The last book in the series ended on an ominous note with a prodigal son hitting absolutely rock bottom and knowing that ‘you can’t go back’ is no longer an option. Calvin Sweet is coming home and Benny Ford might get to hear ‘why’ after all the years. And let’s not forget Lucy and Joe whose story has been percolating in the background of the last few books. This was probably my most anticipated Tallgrass book yet and I was not disappointed when I closed the last page.
This is the fifth book in the series. It’s one of those series that goes along best if read in order, but is also written so that the reader can jump in at any point or read one as a standalone. As a ‘jumper inner’, I can vouchsafe you on this. Though yes, I do need to go back for the first two books.
The story begins with Captain Calvin Sweet arriving at the local army fort to voluntarily check into the hospital and then transition into the Warrior Transition Unit on his way to being parted from the army. Twelve years of deployment broke him and at a weak point and deep in depression he planned to commit suicide. If not for the intervention of a quirky car thief who stopped him by breaking his arm, taking him to the ER, and then robbing him, he might have succeeded.
The army post for his last, short assignment is in his hometown and that brings with it the challenge of facing his family, neighbors, friends, and that long-broken and hostile friendship with Benny one of his two best friends growing up.
Benny lost her husband in Afghanistan and her other best friend, Calvin long before that when J’Myel and Calvin parted and never reconciled. Calvin never showed at her wedding or J’Myel’s funeral. Why? That is what she wants to know after all these years. Now that he’s back, she will work up the fortitude to ask him. But the Calvin who comes back isn’t the one who left. This man has dark shadows in his eyes, a brooding heaviness and never smiles or laughs. This one looks back at her with just as much anger and pain as she did him. What happened years ago?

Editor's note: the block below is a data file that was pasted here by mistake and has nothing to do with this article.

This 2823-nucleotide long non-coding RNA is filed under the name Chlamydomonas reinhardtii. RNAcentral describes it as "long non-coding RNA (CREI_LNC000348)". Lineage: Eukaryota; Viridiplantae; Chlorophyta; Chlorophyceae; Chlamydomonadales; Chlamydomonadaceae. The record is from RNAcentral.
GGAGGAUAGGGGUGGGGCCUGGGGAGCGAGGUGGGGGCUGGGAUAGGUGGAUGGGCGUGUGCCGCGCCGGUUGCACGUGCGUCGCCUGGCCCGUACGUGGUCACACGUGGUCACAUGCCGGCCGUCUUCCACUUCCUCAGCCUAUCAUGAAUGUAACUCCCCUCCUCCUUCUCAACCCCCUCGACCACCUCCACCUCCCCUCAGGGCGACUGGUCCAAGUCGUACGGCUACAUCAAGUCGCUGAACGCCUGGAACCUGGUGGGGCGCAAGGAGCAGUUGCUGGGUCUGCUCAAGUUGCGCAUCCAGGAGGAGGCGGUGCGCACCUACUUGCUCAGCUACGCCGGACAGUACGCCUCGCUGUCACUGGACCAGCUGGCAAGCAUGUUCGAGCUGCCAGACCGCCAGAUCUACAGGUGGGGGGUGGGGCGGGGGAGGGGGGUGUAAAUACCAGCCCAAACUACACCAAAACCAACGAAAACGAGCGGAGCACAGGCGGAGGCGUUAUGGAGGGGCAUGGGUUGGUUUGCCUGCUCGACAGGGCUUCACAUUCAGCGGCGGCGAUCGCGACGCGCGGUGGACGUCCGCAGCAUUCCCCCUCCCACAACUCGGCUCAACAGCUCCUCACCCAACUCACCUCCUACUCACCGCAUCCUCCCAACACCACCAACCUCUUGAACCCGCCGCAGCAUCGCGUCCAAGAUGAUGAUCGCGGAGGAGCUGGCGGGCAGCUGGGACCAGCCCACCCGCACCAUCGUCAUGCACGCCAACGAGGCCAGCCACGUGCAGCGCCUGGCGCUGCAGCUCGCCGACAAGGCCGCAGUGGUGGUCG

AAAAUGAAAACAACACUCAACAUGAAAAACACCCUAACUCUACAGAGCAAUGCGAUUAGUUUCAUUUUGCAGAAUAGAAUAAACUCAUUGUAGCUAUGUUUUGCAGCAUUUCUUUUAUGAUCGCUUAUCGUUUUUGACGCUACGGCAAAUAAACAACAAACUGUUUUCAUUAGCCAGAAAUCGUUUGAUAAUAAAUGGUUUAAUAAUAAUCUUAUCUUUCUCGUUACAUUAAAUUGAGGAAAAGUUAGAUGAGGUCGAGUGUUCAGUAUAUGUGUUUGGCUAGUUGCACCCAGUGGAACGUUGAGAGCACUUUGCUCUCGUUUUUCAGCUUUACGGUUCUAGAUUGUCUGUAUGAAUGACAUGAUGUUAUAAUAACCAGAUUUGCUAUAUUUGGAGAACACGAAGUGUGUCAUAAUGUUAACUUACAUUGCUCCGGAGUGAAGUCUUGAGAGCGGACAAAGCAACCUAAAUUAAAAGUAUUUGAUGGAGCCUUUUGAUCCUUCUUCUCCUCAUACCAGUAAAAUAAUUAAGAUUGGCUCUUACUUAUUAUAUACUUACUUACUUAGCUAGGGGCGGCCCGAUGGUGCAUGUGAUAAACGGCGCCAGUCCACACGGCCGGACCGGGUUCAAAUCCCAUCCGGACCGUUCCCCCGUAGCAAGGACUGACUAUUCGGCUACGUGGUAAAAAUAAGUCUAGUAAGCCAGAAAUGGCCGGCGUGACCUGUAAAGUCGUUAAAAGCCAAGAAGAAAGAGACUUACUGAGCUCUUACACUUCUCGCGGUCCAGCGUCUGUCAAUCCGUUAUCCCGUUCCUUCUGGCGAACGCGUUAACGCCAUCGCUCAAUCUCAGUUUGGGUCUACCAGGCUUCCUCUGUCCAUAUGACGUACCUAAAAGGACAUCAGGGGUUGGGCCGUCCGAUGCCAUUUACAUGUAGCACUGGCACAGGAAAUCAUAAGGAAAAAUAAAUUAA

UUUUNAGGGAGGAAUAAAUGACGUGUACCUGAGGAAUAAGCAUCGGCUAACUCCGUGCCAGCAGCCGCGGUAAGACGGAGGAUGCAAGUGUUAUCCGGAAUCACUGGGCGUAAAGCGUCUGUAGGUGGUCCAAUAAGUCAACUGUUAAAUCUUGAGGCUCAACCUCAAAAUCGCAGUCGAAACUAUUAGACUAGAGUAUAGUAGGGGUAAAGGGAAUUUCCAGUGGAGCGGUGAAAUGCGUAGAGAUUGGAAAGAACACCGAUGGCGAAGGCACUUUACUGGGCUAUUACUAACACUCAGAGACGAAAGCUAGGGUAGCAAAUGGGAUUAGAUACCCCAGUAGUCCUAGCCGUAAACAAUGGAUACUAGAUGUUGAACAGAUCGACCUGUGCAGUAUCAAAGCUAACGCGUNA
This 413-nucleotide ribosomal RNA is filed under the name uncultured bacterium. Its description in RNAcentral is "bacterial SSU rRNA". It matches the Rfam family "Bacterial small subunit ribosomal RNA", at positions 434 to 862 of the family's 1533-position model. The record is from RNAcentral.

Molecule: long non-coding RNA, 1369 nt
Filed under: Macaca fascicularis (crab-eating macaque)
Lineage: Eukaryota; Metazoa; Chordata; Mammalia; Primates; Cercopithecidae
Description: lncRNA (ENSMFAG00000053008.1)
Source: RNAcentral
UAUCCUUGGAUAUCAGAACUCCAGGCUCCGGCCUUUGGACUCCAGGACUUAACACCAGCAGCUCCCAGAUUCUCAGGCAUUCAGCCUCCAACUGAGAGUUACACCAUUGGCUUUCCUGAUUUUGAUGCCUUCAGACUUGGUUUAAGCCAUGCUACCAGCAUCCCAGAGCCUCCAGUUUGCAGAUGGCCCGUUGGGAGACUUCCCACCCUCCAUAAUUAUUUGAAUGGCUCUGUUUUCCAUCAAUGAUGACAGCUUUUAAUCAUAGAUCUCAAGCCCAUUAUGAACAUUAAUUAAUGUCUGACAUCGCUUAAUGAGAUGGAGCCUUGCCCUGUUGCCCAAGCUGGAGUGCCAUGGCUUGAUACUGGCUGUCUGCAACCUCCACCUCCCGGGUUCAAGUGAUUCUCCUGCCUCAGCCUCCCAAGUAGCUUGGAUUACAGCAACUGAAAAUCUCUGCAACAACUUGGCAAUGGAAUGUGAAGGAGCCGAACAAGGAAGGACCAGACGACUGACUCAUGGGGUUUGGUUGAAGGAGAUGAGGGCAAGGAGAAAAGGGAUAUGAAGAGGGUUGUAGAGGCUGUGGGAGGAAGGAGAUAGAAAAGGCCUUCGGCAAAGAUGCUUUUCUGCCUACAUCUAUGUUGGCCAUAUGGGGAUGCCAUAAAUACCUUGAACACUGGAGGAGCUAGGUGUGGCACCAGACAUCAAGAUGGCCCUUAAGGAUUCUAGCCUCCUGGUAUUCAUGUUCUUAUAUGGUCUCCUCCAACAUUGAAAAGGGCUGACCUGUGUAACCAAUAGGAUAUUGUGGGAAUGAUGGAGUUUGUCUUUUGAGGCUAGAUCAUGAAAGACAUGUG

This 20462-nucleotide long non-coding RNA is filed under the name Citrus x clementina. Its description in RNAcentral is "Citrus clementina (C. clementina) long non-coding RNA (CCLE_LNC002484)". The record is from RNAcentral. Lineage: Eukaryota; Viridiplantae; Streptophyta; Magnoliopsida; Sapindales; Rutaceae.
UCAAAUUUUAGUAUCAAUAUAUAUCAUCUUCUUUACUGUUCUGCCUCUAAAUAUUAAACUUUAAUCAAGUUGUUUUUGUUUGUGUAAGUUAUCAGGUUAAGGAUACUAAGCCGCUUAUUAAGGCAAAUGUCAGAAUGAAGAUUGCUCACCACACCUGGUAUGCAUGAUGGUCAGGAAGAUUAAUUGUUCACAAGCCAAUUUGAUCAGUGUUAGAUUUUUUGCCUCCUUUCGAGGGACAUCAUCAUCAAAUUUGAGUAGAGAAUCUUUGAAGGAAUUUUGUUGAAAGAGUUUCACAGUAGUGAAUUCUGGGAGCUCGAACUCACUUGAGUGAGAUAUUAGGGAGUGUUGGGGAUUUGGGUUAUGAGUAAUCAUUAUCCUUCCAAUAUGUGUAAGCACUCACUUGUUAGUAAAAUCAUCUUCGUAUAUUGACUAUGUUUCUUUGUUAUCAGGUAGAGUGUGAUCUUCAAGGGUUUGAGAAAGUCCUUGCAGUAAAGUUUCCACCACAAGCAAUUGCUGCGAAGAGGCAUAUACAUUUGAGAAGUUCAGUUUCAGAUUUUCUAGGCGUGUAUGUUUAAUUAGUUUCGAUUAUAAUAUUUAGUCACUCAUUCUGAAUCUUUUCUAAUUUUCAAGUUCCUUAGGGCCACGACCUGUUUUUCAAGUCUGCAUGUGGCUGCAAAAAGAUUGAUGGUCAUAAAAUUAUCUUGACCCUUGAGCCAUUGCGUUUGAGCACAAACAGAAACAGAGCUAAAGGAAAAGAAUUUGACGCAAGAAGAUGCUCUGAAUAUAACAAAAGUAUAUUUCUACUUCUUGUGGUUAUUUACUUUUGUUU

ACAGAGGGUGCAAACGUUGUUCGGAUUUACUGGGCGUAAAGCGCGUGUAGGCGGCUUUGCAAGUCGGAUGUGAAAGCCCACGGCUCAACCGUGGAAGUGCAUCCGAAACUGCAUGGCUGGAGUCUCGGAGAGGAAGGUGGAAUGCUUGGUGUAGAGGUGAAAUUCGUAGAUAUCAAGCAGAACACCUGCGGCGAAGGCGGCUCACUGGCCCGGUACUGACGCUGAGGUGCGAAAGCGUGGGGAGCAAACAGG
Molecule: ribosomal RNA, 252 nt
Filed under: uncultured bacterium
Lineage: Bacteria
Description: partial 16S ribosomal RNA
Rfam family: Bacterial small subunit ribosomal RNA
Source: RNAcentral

Lucy is finally taking the plunge on her catering business. She is scared to death, but it’s not like she doesn’t have a financial safety net. She has worked through much of her grief and will always love Mike, but now realizes she is lonely. Her first time out dating didn’t net a guy, but dare she try for the one next door? Joe has always seemed like a best bud and big kid, but lately he’s gotten a certain look in his eye and makes it clear that he is a man and he’s been waiting long enough for her to get back in the game.
Swirling around these two couple’s lives are the ladies from the Tuesday Margarita Club and the down home residents of small town, friendly Tallgrass including a little dog and needing teenage boy who both just want a home.
At this point in the series, the cast of characters has grown and the Tallgrass setting is cozy and familiar. I enjoy each new installment as comfortable reading, but I like how there is depth and heart. In this installment, Calvin has PTSD and guilt, Benny is carrying around some unresolved feelings, and Lucy and Joe have to both come to the point. PTSD and other war injuries are handled with knowledge and care. I didn’t know about the Warrior Transition Unit, but found its inclusion a nice addition. Also, the situation with why Calvin and J’Myel along with Benny broke up their friendship was a strong element and by far the one that interested me the most beyond their reconciliation. The reveal was heartbreaking and not quite what I was expecting.
The pacing is gentle and is very much character driven. The easy writing, setting, and scenes back that up. It was nice to be along for Calvin and Benny’s family affairs, town happenings, the widowed soldier wives’ Margarita club get togethers and coming together to help one of their own in need. I didn’t realize it before, but each book adds in a dog character that pretty much steals my heart each time.
All in all, this book/series are satisfying in an understated way that can reach deep. I think those who enjoy gentle small town romance with a post-military flavor should take a look-see.
My thanks to Forever for the opportunity to read this book in exchange for an honest review.
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